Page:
NY law student accused of selling legal secrets
NEW YORK, Sept 21 (Reuters) - A former paralegal charged with trying to sell an asbestos victims fund's confidential trial plan to the tobacco industry is in plea negotiations with federal prosecutors, court papers revealed on Thursday.
According to the papers, Said Farraj, 27, a former paralegal with the law firm of Orrick, Herrington & Sutcliffe, and his brother Yeazid, 24, are in talks aimed at settling the criminal case filed by federal prosecutors in Manhattan in July.
Orrick, Herrington is one of the law firms representing the Manville Personal Injury Settlement Trust, which is suing tobacco companies seeking reimbursement for smoking-related illnesses involving workers exposed to asbestos.
The case, which is pending in Brooklyn federal court, names Philip Morris Cos. Inc. . and other major tobacco companies as defendants.
The lawsuit alleges the defendants conspired to hide information about the health dangers of smoking and that there is a scientific link between smoking and the enhanced risk of lung disease in people exposed to asbestos in their jobs.
An asbestos worker who smoked is almost 100 times more likely to die of lung cancer than the average person, while an asbestos worker who did not smoke was five times as likely to die of lung cancer, the suit alleges.
Said Farraj was employed as a paralegal at Orrick, Herrington from May 20 until June 18. He was working as a summer intern in the Manhattan offices of New York Attorney General Eliot Spitzer when he was charged in the complaint. He currently is a third-year law student at Quinnipiac College.
According to court papers, Orrick, Herrington had compiled its trial plan containing strategy, deposition excerpts, and summaries and references to anticipated court exhibits. The plan, which was at least 400 pages when printed, was maintained on the firm's computer system in New York.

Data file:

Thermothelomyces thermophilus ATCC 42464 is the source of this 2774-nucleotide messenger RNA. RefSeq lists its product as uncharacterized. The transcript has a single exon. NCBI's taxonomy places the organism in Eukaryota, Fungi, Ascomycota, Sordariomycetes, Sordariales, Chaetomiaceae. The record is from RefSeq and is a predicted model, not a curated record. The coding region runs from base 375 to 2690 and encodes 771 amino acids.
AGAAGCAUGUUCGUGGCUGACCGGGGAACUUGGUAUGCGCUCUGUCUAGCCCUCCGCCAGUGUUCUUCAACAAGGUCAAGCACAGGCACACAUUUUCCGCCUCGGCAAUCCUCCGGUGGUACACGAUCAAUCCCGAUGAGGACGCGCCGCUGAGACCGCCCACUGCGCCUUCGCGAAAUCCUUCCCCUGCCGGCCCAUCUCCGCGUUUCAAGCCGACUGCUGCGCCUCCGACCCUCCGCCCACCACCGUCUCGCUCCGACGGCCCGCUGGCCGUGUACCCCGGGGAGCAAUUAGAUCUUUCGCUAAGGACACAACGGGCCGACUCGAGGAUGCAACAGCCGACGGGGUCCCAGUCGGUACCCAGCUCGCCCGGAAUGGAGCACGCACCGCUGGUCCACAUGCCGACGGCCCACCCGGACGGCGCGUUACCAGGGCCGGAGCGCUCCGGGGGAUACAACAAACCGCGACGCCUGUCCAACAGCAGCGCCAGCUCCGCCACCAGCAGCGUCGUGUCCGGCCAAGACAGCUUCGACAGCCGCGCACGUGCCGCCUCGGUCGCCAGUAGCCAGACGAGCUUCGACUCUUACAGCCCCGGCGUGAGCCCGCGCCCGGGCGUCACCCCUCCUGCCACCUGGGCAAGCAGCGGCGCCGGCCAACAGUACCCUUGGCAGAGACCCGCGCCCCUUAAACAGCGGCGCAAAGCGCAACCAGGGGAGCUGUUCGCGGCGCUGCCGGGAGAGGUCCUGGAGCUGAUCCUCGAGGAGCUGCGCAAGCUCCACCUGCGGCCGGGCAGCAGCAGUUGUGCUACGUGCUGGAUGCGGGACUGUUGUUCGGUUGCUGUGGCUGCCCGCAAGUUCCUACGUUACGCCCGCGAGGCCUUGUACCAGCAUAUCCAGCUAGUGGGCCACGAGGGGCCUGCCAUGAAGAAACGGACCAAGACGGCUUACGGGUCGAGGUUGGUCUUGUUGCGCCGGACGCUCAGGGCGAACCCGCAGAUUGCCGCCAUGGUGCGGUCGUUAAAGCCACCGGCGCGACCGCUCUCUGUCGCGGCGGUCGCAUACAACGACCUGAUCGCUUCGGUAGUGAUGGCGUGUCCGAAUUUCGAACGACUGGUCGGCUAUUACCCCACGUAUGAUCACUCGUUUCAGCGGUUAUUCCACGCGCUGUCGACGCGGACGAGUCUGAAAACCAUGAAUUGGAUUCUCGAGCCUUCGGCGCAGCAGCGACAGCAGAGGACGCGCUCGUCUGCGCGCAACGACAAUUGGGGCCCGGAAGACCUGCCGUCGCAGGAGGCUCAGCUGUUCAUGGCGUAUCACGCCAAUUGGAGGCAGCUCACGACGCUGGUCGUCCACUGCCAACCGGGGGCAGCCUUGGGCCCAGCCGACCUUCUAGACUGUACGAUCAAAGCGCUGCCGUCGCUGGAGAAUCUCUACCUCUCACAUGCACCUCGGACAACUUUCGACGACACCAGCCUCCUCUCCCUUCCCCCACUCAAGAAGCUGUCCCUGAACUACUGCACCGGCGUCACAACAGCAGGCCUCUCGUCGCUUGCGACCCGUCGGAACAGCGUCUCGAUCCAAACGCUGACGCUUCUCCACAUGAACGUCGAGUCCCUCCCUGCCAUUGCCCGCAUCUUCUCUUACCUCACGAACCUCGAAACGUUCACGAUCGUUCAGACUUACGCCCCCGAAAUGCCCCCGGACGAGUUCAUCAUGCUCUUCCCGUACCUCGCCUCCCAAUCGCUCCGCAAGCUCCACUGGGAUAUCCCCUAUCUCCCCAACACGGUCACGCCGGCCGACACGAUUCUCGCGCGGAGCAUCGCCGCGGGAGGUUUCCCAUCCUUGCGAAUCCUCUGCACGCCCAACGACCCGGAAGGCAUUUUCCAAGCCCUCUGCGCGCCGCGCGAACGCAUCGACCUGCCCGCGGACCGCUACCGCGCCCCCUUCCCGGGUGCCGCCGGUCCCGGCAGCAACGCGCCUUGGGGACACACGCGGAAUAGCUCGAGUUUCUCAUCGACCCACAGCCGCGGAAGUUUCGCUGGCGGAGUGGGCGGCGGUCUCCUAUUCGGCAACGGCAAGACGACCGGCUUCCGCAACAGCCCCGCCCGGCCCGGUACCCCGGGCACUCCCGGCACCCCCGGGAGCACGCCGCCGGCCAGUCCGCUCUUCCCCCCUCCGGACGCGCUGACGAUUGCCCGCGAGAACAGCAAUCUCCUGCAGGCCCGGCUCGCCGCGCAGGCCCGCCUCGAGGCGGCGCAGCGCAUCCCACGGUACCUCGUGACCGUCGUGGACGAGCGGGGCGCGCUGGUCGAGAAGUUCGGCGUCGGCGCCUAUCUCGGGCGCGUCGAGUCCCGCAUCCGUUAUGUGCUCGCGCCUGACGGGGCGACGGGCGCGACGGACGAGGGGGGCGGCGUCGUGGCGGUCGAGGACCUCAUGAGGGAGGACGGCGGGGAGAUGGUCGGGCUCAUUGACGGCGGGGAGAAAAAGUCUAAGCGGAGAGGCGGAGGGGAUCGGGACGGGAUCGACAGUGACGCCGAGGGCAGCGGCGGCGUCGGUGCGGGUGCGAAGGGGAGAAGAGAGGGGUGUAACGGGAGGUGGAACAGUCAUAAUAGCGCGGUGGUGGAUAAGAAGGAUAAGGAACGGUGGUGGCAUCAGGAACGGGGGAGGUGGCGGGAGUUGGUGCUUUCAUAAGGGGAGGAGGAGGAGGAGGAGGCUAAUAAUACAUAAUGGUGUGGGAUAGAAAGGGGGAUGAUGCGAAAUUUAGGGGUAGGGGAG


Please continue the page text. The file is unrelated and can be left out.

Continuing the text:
The court documents said an unidentified Orrick, Herrington lawyer told an FBI agent that he had been contacted by an attorney representing the tobacco defendants who received an unsolicited e-mail message offering to sell the plan.
The message was sent from an e-mail address that included the nickname FlyGuy. It went to the defence lawyer in Atlanta, as well as other defence lawyers in Missouri, New York, New Jersey and North Carolina.
The message contained an 80-page excerpt of the plan, which the plaintiffs' lawyers estimated was worth about $5,000 worth of attorney work.
According to the documents, the FBI agent, posing as a tobacco defence lawyer, contacted the e-mail sender and said he was interested in buying the trial plan. The agent received a response from FlyGuy offering to sell the entire plan for $3 million, or 0.1 percent, of the plaintiff's $3 billion lawsuit settlement demand.
FlyGuy arranged a meeting with the undercover FBI agent at a McDonald's in lower Manhattan to obtain payment for the plan. An agent carrying a duffel bag with $200,000 and wearing a recording device went to the restaurant and met with FlyGuy's representative, who turned out to be Yeazid Farraj, the documents said.
Farraj was arrested and he told police that his brother Said had copied the plan while he was a paralegal at the firm.
If the brothers do not reach a plea deal and are convicted of the two counts contained in the complaint, they could face a possible maximum prison term of 15 years.